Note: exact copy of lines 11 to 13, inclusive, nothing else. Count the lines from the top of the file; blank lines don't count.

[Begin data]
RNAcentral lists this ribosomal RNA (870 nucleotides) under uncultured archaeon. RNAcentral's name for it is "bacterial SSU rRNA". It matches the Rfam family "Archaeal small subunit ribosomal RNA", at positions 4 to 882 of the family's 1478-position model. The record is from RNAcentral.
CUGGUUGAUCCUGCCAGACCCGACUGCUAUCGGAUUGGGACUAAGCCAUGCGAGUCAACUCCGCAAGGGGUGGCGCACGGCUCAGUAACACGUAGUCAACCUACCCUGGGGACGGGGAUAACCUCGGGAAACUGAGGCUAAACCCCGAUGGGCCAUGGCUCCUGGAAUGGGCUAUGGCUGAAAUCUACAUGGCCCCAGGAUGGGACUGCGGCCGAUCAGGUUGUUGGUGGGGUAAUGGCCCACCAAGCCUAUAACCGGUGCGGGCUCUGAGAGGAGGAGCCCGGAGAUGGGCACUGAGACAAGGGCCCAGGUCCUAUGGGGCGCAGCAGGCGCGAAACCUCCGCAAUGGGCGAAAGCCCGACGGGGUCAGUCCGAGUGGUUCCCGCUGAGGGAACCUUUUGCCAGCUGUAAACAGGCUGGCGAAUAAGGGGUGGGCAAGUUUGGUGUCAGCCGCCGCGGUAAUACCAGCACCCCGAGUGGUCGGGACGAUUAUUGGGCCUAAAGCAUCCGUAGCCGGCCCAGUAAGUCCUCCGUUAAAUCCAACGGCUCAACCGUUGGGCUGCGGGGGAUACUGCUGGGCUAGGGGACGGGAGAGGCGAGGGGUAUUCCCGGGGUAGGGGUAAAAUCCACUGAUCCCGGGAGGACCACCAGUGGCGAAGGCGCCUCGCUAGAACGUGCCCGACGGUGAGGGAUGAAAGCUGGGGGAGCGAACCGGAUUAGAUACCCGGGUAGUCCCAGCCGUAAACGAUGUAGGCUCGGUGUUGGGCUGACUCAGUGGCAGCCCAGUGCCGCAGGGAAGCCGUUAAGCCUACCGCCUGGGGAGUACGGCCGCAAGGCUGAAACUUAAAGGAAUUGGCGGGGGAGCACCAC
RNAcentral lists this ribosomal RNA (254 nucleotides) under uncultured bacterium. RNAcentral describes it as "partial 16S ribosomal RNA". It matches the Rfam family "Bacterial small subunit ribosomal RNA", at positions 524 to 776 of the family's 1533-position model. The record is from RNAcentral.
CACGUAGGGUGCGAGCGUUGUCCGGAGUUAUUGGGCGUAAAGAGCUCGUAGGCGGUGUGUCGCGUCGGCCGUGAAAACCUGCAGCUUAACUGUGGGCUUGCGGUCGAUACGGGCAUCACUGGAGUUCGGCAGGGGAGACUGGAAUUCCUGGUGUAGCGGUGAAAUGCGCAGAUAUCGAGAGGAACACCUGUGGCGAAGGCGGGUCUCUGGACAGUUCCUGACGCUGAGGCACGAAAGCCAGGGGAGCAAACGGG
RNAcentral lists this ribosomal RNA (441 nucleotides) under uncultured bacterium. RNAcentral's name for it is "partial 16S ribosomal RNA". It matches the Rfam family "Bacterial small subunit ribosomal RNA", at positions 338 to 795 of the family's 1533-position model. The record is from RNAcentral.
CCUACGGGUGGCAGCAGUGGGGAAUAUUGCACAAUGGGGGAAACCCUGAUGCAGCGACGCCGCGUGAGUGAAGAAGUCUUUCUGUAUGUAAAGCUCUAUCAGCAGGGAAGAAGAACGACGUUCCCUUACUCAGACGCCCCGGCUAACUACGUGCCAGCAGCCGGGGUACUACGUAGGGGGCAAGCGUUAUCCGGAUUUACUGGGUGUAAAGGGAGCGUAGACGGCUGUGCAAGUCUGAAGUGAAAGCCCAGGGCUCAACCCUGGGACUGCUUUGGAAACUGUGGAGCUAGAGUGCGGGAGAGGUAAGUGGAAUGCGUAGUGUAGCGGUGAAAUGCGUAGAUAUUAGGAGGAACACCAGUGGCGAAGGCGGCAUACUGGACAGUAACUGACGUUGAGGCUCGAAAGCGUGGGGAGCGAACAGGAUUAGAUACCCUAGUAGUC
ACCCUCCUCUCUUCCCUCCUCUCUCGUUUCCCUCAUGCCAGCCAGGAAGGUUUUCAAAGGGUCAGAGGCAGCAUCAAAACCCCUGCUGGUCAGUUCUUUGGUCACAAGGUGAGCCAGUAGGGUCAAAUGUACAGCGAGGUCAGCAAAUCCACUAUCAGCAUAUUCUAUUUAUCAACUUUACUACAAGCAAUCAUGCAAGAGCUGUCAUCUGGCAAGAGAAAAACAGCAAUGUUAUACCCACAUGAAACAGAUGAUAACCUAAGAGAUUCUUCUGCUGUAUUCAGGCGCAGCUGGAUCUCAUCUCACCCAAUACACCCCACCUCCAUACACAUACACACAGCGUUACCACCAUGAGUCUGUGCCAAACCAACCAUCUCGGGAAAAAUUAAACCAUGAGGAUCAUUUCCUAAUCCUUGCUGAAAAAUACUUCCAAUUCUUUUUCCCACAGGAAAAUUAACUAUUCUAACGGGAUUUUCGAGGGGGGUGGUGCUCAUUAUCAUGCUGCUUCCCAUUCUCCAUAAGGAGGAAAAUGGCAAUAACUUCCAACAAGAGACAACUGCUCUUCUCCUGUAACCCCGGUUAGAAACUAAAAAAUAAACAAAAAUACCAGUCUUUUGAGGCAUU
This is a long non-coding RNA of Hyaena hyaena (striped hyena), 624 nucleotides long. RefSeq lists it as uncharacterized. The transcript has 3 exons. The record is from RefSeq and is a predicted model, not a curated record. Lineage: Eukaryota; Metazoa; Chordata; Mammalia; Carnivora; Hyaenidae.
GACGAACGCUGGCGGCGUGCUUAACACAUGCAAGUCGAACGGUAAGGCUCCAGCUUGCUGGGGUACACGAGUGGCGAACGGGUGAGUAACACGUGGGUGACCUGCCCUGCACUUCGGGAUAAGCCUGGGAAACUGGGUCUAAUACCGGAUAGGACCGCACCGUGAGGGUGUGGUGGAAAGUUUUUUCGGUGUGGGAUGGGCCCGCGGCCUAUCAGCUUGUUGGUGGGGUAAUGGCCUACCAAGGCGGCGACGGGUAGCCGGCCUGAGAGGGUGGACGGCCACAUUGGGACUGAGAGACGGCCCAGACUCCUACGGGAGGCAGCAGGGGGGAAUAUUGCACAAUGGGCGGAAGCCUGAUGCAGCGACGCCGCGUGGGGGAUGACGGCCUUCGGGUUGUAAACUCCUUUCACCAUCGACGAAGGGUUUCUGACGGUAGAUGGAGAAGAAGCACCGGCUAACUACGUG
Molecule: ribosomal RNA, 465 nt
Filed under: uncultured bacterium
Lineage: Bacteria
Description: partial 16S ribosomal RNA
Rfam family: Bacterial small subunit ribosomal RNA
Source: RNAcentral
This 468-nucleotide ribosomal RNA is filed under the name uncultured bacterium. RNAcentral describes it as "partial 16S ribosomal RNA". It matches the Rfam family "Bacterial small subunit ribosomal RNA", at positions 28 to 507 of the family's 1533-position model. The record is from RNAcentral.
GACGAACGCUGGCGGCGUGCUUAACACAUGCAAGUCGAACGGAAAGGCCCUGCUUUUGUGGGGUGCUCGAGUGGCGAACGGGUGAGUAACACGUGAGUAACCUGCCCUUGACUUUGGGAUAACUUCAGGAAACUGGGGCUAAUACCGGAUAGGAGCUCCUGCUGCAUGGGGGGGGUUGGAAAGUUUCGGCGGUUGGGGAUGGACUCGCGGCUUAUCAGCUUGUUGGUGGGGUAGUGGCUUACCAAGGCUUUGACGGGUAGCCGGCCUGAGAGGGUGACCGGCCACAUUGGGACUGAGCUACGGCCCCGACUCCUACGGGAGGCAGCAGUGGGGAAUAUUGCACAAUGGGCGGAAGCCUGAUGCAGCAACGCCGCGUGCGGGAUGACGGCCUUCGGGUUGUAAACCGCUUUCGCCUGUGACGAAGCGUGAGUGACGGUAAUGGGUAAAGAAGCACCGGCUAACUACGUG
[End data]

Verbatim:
Filed under: uncultured bacterium
Lineage: Bacteria
Description: partial 16S ribosomal RNA